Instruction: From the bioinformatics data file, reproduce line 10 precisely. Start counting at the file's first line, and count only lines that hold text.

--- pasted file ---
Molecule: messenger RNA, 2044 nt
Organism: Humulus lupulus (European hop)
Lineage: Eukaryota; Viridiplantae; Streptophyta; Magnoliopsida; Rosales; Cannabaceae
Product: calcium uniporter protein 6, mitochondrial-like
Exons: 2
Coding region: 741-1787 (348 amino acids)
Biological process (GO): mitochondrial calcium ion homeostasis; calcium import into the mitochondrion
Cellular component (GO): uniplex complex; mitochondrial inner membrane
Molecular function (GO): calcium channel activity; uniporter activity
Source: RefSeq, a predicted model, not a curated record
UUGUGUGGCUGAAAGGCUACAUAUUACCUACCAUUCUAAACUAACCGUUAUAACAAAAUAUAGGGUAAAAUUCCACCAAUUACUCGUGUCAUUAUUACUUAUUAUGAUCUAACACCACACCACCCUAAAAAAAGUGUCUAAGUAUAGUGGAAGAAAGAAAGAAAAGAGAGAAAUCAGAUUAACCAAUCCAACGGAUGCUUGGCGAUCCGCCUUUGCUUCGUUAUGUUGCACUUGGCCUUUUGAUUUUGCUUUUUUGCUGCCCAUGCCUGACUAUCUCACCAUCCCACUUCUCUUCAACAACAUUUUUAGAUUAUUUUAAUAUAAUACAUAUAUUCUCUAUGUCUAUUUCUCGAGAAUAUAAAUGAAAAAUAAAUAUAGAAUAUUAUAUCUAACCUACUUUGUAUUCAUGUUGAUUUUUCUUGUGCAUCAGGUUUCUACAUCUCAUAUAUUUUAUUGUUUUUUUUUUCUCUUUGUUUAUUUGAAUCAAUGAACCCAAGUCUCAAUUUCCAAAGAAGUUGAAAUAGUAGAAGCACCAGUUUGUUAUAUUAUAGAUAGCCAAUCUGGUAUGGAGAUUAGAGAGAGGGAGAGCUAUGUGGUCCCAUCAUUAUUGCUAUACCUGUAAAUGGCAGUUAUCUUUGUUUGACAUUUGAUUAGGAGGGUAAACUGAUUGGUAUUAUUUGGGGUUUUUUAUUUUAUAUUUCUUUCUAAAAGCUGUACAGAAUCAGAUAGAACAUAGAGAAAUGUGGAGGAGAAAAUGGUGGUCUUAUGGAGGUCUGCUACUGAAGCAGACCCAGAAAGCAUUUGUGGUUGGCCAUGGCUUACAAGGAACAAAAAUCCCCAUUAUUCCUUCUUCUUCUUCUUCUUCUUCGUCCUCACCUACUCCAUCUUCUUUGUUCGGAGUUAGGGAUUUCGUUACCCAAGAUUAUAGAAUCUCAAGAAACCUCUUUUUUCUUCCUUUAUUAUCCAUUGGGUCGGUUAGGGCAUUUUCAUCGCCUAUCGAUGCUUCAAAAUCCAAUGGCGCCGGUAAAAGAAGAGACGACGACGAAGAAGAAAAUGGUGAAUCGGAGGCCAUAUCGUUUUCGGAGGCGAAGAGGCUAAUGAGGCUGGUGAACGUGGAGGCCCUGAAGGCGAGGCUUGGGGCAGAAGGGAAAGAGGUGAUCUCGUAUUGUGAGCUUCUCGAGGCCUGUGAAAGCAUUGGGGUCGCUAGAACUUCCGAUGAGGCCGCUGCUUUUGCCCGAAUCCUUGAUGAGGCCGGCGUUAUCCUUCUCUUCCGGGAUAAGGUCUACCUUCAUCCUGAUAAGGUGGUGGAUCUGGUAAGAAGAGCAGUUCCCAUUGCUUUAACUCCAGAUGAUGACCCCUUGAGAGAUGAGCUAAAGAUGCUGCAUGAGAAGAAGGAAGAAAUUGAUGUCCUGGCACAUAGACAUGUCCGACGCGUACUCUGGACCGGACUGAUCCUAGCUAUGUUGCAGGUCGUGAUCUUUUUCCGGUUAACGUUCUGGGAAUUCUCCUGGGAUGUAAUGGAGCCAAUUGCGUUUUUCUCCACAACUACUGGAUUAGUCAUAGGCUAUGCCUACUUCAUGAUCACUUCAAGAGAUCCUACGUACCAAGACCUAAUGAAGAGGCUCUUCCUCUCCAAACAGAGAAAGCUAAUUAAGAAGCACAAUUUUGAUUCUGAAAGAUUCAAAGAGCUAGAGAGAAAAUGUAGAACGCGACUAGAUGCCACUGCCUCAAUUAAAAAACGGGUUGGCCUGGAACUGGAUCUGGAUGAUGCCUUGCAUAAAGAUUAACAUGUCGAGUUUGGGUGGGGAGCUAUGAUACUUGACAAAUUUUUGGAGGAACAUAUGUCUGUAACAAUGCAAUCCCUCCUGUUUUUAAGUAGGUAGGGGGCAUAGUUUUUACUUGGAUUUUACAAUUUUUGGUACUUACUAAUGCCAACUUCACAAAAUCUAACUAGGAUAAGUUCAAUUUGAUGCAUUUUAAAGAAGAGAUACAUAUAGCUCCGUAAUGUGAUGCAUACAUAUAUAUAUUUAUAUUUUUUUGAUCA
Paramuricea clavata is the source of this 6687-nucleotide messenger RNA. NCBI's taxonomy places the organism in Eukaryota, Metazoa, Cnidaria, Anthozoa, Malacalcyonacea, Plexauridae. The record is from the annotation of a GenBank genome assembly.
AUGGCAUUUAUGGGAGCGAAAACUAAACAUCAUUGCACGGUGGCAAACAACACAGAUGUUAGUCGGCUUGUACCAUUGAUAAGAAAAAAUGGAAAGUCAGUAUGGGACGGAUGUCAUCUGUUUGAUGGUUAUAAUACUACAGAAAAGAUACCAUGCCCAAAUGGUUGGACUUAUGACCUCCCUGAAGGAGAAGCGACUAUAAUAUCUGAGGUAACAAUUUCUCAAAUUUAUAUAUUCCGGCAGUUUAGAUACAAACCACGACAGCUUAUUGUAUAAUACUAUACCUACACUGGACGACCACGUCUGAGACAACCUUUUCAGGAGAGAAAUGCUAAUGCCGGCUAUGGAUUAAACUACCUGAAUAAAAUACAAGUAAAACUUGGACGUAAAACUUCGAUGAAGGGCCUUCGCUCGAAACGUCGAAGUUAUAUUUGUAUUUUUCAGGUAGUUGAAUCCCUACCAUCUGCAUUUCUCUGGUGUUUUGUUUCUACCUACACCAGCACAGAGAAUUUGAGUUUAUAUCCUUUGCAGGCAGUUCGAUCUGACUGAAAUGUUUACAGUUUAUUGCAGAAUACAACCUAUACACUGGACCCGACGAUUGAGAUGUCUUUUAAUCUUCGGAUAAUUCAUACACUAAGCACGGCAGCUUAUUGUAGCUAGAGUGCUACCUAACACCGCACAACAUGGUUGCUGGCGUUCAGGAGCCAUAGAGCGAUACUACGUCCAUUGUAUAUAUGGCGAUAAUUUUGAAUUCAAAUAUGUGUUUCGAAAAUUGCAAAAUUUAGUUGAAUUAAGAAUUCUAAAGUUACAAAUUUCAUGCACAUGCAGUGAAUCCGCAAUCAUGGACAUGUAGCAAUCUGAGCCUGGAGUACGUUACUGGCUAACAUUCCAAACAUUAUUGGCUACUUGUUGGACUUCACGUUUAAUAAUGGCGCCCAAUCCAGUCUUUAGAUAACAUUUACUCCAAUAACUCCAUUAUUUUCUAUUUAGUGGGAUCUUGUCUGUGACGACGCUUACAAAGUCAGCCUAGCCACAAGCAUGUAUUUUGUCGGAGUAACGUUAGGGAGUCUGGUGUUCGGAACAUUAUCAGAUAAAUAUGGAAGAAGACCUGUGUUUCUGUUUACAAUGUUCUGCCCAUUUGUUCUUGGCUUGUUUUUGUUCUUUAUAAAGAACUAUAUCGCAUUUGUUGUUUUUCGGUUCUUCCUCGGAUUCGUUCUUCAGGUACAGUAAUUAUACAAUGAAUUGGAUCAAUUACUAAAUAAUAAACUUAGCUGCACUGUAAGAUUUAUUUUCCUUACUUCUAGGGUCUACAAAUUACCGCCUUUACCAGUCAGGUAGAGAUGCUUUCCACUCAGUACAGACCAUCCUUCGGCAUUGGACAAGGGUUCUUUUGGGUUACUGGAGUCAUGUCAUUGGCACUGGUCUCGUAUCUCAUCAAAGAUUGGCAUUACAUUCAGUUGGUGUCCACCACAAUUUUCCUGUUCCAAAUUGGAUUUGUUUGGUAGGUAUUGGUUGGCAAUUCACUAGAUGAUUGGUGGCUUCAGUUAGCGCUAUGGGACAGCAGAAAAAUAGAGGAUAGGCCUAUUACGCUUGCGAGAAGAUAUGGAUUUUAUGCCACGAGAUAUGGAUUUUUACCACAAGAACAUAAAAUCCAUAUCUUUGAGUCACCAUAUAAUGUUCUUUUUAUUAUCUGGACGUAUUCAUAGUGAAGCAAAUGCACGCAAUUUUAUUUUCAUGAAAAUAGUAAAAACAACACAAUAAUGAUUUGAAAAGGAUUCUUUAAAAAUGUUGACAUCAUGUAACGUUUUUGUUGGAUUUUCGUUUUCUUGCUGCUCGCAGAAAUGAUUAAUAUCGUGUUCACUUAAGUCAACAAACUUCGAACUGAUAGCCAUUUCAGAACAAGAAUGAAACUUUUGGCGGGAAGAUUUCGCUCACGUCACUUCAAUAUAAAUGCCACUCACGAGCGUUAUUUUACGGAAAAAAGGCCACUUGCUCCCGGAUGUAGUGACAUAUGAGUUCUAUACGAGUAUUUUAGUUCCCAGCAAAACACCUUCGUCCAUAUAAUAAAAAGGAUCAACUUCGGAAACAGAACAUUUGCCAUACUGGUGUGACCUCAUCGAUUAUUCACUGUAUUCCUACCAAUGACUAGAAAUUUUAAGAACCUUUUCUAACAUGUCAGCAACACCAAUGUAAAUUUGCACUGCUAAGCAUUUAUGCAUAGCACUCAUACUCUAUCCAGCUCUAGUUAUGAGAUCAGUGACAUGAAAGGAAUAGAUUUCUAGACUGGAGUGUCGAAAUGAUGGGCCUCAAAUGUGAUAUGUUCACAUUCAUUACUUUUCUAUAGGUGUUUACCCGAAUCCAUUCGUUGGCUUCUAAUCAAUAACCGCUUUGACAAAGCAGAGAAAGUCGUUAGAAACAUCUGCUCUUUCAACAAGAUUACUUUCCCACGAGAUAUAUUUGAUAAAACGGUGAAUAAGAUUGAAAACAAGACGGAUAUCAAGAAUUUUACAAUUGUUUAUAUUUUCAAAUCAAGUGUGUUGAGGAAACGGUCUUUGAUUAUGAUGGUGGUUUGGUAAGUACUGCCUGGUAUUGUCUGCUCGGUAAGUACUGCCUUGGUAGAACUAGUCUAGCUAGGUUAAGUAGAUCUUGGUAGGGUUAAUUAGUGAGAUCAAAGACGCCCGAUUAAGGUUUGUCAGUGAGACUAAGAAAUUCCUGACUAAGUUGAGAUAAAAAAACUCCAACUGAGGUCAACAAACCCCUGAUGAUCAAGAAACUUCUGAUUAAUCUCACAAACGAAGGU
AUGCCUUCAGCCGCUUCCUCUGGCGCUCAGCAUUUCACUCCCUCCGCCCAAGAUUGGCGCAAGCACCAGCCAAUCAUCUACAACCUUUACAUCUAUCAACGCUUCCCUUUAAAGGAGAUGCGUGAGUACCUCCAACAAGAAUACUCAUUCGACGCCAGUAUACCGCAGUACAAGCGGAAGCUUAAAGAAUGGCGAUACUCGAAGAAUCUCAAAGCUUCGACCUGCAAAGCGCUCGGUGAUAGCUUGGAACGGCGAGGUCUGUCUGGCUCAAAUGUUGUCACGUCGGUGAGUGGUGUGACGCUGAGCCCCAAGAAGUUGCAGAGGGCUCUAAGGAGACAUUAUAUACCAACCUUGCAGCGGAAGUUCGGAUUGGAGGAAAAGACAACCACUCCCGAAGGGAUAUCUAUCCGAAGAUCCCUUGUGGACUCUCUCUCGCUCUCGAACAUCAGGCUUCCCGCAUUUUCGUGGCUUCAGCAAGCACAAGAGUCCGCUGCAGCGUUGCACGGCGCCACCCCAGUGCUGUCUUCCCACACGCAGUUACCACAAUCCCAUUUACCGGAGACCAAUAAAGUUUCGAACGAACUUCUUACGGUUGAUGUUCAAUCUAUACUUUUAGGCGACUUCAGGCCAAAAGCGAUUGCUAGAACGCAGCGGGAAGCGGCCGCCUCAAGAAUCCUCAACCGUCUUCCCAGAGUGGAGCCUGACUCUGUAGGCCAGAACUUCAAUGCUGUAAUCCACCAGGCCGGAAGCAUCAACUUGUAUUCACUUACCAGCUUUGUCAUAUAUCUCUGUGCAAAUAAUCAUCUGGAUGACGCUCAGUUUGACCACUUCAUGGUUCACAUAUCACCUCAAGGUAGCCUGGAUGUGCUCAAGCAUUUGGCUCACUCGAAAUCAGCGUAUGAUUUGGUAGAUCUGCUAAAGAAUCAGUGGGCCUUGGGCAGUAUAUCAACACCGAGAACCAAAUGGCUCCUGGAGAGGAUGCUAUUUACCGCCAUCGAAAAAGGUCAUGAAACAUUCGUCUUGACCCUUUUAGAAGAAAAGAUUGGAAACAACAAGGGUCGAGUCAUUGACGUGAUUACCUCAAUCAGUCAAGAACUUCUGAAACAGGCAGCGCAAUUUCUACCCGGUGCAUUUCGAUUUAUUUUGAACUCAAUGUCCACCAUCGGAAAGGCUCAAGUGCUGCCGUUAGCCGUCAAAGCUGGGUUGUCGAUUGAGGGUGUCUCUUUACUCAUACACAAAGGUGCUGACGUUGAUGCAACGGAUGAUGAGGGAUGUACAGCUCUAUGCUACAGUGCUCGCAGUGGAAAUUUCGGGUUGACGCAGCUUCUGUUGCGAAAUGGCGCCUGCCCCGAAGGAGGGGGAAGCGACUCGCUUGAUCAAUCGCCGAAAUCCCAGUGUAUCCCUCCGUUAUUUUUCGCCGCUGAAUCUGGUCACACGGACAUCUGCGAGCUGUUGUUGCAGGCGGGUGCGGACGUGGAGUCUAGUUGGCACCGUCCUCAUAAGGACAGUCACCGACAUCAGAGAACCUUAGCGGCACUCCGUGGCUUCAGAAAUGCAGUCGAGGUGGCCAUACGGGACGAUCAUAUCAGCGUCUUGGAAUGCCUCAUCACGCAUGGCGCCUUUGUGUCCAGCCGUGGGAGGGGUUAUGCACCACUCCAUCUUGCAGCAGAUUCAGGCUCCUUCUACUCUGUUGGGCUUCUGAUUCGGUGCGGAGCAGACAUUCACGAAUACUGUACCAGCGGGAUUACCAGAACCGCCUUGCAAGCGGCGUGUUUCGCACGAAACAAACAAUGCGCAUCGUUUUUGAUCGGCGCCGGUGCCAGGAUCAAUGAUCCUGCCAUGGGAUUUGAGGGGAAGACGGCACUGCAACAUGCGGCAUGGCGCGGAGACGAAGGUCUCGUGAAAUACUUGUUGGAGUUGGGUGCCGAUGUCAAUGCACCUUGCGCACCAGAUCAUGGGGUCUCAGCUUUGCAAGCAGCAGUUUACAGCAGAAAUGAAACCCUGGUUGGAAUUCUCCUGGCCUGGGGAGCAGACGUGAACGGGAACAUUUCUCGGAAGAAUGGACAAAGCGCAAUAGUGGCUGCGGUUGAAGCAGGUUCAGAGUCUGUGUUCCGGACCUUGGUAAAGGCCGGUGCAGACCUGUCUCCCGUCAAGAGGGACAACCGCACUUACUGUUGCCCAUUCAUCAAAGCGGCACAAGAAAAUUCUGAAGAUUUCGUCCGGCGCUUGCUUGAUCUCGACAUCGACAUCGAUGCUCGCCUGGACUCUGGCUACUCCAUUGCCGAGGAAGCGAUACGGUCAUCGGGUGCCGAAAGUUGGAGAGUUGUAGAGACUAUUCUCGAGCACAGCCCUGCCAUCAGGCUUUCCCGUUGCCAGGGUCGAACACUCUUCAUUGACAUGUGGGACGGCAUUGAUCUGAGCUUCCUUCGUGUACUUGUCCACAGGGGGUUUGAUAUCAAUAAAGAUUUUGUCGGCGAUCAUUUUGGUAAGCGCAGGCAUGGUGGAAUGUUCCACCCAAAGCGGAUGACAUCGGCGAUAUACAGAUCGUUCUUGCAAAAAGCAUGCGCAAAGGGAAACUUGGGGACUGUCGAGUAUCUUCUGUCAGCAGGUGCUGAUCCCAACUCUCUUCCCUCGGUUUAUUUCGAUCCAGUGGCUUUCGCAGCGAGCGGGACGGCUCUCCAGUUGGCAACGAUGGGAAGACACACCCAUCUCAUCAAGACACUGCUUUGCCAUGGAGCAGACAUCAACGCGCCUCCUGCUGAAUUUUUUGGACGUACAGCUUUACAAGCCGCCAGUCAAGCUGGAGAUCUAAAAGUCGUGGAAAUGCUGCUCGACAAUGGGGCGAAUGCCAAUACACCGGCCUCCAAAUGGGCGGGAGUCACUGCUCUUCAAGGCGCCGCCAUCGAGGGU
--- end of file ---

Source: RefSeq, a predicted model, not a curated record